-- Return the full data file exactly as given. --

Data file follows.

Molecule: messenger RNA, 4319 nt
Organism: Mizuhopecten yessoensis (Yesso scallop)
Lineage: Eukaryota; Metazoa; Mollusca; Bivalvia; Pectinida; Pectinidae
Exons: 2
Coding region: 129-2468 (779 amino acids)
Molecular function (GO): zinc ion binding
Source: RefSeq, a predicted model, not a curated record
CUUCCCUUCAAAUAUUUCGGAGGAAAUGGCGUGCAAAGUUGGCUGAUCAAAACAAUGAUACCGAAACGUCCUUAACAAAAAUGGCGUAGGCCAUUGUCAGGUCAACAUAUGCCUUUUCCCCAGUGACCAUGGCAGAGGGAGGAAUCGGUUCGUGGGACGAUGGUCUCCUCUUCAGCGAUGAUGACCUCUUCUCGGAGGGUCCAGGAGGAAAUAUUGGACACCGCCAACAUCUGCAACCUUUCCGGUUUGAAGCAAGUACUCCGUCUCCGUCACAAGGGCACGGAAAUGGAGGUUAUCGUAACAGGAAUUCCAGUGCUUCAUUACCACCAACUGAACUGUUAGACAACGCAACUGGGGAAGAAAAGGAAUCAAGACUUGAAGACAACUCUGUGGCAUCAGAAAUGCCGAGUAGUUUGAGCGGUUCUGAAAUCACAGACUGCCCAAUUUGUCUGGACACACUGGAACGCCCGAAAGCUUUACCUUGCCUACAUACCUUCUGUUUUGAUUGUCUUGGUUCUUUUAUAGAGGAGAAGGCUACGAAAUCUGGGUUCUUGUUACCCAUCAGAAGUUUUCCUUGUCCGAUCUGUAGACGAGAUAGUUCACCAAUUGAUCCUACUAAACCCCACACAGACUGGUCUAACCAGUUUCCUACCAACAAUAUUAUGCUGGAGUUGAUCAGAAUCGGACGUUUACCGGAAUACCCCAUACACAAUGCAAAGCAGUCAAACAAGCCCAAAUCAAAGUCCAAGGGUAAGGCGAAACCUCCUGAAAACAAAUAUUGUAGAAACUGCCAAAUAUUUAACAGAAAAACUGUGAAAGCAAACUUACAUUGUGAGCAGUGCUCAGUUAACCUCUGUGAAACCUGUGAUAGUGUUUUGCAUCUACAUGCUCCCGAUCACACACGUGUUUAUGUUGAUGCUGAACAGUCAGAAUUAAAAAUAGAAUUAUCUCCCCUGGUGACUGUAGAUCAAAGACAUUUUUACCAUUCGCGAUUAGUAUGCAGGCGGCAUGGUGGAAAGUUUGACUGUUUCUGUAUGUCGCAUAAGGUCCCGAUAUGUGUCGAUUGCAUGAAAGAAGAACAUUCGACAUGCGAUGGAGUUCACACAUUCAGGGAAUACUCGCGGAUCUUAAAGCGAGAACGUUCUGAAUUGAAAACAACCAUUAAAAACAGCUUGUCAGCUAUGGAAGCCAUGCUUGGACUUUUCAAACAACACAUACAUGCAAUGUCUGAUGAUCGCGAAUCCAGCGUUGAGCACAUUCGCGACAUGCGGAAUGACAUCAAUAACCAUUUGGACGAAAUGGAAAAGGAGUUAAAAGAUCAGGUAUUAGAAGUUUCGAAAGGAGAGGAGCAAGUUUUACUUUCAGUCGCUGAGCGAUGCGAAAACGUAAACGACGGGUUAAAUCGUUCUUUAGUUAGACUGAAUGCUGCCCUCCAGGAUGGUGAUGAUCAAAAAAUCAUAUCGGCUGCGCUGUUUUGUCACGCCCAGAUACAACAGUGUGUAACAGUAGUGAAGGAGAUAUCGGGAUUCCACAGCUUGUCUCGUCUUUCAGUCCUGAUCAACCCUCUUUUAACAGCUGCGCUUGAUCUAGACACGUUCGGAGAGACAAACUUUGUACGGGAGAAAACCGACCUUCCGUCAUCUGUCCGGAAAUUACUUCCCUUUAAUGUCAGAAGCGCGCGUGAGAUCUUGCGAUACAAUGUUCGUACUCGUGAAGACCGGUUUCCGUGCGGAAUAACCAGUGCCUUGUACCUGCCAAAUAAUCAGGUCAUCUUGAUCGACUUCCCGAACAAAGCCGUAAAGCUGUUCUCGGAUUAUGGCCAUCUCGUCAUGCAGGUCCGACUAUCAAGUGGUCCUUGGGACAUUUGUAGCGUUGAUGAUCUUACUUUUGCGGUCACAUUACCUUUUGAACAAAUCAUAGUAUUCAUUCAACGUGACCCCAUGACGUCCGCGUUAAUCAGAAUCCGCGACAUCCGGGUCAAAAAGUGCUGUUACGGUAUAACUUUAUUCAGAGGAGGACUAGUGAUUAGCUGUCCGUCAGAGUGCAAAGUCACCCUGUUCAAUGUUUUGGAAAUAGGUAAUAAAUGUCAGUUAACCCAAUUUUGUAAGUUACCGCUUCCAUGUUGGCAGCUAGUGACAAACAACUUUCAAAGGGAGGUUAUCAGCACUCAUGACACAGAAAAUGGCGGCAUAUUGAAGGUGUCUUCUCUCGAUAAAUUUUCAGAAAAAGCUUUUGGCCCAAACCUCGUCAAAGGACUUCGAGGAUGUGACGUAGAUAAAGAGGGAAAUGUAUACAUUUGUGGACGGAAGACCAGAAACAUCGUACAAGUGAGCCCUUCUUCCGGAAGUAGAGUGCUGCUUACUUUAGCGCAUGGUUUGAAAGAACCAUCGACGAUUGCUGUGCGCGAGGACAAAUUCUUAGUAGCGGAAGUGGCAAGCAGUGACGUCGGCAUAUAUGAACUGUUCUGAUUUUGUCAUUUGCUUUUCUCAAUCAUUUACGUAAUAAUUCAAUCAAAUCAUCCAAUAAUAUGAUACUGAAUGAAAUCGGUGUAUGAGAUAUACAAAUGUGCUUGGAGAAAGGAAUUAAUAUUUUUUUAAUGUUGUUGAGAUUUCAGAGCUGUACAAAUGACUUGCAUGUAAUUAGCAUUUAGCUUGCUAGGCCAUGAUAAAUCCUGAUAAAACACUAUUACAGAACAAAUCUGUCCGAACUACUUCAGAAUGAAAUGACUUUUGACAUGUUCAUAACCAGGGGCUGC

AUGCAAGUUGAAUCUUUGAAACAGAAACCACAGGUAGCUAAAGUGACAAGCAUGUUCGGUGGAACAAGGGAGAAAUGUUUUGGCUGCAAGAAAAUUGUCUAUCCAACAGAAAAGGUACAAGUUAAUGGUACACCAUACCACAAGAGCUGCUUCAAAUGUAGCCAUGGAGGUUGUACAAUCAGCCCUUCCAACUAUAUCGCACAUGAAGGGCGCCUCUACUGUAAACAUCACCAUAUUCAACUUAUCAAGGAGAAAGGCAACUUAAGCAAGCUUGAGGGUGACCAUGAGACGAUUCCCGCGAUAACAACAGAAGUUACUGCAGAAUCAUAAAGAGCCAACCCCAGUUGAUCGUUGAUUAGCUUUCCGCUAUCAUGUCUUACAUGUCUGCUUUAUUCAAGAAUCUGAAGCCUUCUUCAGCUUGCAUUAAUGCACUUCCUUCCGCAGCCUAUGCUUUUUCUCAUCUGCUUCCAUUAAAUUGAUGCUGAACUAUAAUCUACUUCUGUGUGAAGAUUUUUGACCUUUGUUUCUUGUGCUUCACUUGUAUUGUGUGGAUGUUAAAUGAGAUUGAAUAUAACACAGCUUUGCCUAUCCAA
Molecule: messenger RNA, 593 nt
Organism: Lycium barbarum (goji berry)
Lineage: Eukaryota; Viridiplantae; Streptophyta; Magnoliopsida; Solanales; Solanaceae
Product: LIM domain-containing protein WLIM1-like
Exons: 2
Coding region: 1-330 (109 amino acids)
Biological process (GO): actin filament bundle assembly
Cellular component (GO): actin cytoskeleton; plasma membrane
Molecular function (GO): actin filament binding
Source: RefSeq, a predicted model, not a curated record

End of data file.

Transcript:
Molecule: messenger RNA, 4319 nt
Organism: Mizuhopecten yessoensis (Yesso scallop)
Lineage: Eukaryota; Metazoa; Mollusca; Bivalvia; Pectinida; Pectinidae
Exons: 2
Coding region: 129-2468 (779 amino acids)
Molecular function (GO): zinc ion binding
Source: RefSeq, a predicted model, not a curated record
CUUCCCUUCAAAUAUUUCGGAGGAAAUGGCGUGCAAAGUUGGCUGAUCAAAACAAUGAUACCGAAACGUCCUUAACAAAAAUGGCGUAGGCCAUUGUCAGGUCAACAUAUGCCUUUUCCCCAGUGACCAUGGCAGAGGGAGGAAUCGGUUCGUGGGACGAUGGUCUCCUCUUCAGCGAUGAUGACCUCUUCUCGGAGGGUCCAGGAGGAAAUAUUGGACACCGCCAACAUCUGCAACCUUUCCGGUUUGAAGCAAGUACUCCGUCUCCGUCACAAGGGCACGGAAAUGGAGGUUAUCGUAACAGGAAUUCCAGUGCUUCAUUACCACCAACUGAACUGUUAGACAACGCAACUGGGGAAGAAAAGGAAUCAAGACUUGAAGACAACUCUGUGGCAUCAGAAAUGCCGAGUAGUUUGAGCGGUUCUGAAAUCACAGACUGCCCAAUUUGUCUGGACACACUGGAACGCCCGAAAGCUUUACCUUGCCUACAUACCUUCUGUUUUGAUUGUCUUGGUUCUUUUAUAGAGGAGAAGGCUACGAAAUCUGGGUUCUUGUUACCCAUCAGAAGUUUUCCUUGUCCGAUCUGUAGACGAGAUAGUUCACCAAUUGAUCCUACUAAACCCCACACAGACUGGUCUAACCAGUUUCCUACCAACAAUAUUAUGCUGGAGUUGAUCAGAAUCGGACGUUUACCGGAAUACCCCAUACACAAUGCAAAGCAGUCAAACAAGCCCAAAUCAAAGUCCAAGGGUAAGGCGAAACCUCCUGAAAACAAAUAUUGUAGAAACUGCCAAAUAUUUAACAGAAAAACUGUGAAAGCAAACUUACAUUGUGAGCAGUGCUCAGUUAACCUCUGUGAAACCUGUGAUAGUGUUUUGCAUCUACAUGCUCCCGAUCACACACGUGUUUAUGUUGAUGCUGAACAGUCAGAAUUAAAAAUAGAAUUAUCUCCCCUGGUGACUGUAGAUCAAAGACAUUUUUACCAUUCGCGAUUAGUAUGCAGGCGGCAUGGUGGAAAGUUUGACUGUUUCUGUAUGUCGCAUAAGGUCCCGAUAUGUGUCGAUUGCAUGAAAGAAGAACAUUCGACAUGCGAUGGAGUUCACACAUUCAGGGAAUACUCGCGGAUCUUAAAGCGAGAACGUUCUGAAUUGAAAACAACCAUUAAAAACAGCUUGUCAGCUAUGGAAGCCAUGCUUGGACUUUUCAAACAACACAUACAUGCAAUGUCUGAUGAUCGCGAAUCCAGCGUUGAGCACAUUCGCGACAUGCGGAAUGACAUCAAUAACCAUUUGGACGAAAUGGAAAAGGAGUUAAAAGAUCAGGUAUUAGAAGUUUCGAAAGGAGAGGAGCAAGUUUUACUUUCAGUCGCUGAGCGAUGCGAAAACGUAAACGACGGGUUAAAUCGUUCUUUAGUUAGACUGAAUGCUGCCCUCCAGGAUGGUGAUGAUCAAAAAAUCAUAUCGGCUGCGCUGUUUUGUCACGCCCAGAUACAACAGUGUGUAACAGUAGUGAAGGAGAUAUCGGGAUUCCACAGCUUGUCUCGUCUUUCAGUCCUGAUCAACCCUCUUUUAACAGCUGCGCUUGAUCUAGACACGUUCGGAGAGACAAACUUUGUACGGGAGAAAACCGACCUUCCGUCAUCUGUCCGGAAAUUACUUCCCUUUAAUGUCAGAAGCGCGCGUGAGAUCUUGCGAUACAAUGUUCGUACUCGUGAAGACCGGUUUCCGUGCGGAAUAACCAGUGCCUUGUACCUGCCAAAUAAUCAGGUCAUCUUGAUCGACUUCCCGAACAAAGCCGUAAAGCUGUUCUCGGAUUAUGGCCAUCUCGUCAUGCAGGUCCGACUAUCAAGUGGUCCUUGGGACAUUUGUAGCGUUGAUGAUCUUACUUUUGCGGUCACAUUACCUUUUGAACAAAUCAUAGUAUUCAUUCAACGUGACCCCAUGACGUCCGCGUUAAUCAGAAUCCGCGACAUCCGGGUCAAAAAGUGCUGUUACGGUAUAACUUUAUUCAGAGGAGGACUAGUGAUUAGCUGUCCGUCAGAGUGCAAAGUCACCCUGUUCAAUGUUUUGGAAAUAGGUAAUAAAUGUCAGUUAACCCAAUUUUGUAAGUUACCGCUUCCAUGUUGGCAGCUAGUGACAAACAACUUUCAAAGGGAGGUUAUCAGCACUCAUGACACAGAAAAUGGCGGCAUAUUGAAGGUGUCUUCUCUCGAUAAAUUUUCAGAAAAAGCUUUUGGCCCAAACCUCGUCAAAGGACUUCGAGGAUGUGACGUAGAUAAAGAGGGAAAUGUAUACAUUUGUGGACGGAAGACCAGAAACAUCGUACAAGUGAGCCCUUCUUCCGGAAGUAGAGUGCUGCUUACUUUAGCGCAUGGUUUGAAAGAACCAUCGACGAUUGCUGUGCGCGAGGACAAAUUCUUAGUAGCGGAAGUGGCAAGCAGUGACGUCGGCAUAUAUGAACUGUUCUGAUUUUGUCAUUUGCUUUUCUCAAUCAUUUACGUAAUAAUUCAAUCAAAUCAUCCAAUAAUAUGAUACUGAAUGAAAUCGGUGUAUGAGAUAUACAAAUGUGCUUGGAGAAAGGAAUUAAUAUUUUUUUAAUGUUGUUGAGAUUUCAGAGCUGUACAAAUGACUUGCAUGUAAUUAGCAUUUAGCUUGCUAGGCCAUGAUAAAUCCUGAUAAAACACUAUUACAGAACAAAUCUGUCCGAACUACUUCAGAAUGAAAUGACUUUUGACAUGUUCAUAACCAGGGGCUGC

AUGCAAGUUGAAUCUUUGAAACAGAAACCACAGGUAGCUAAAGUGACAAGCAUGUUCGGUGGAACAAGGGAGAAAUGUUUUGGCUGCAAGAAAAUUGUCUAUCCAACAGAAAAGGUACAAGUUAAUGGUACACCAUACCACAAGAGCUGCUUCAAAUGUAGCCAUGGAGGUUGUACAAUCAGCCCUUCCAACUAUAUCGCACAUGAAGGGCGCCUCUACUGUAAACAUCACCAUAUUCAACUUAUCAAGGAGAAAGGCAACUUAAGCAAGCUUGAGGGUGACCAUGAGACGAUUCCCGCGAUAACAACAGAAGUUACUGCAGAAUCAUAAAGAGCCAACCCCAGUUGAUCGUUGAUUAGCUUUCCGCUAUCAUGUCUUACAUGUCUGCUUUAUUCAAGAAUCUGAAGCCUUCUUCAGCUUGCAUUAAUGCACUUCCUUCCGCAGCCUAUGCUUUUUCUCAUCUGCUUCCAUUAAAUUGAUGCUGAACUAUAAUCUACUUCUGUGUGAAGAUUUUUGACCUUUGUUUCUUGUGCUUCACUUGUAUUGUGUGGAUGUUAAAUGAGAUUGAAUAUAACACAGCUUUGCCUAUCCAA
Molecule: messenger RNA, 593 nt
Organism: Lycium barbarum (goji berry)
Lineage: Eukaryota; Viridiplantae; Streptophyta; Magnoliopsida; Solanales; Solanaceae
Product: LIM domain-containing protein WLIM1-like
Exons: 2
Coding region: 1-330 (109 amino acids)
Biological process (GO): actin filament bundle assembly
Cellular component (GO): actin cytoskeleton; plasma membrane
Molecular function (GO): actin filament binding
Source: RefSeq, a predicted model, not a curated record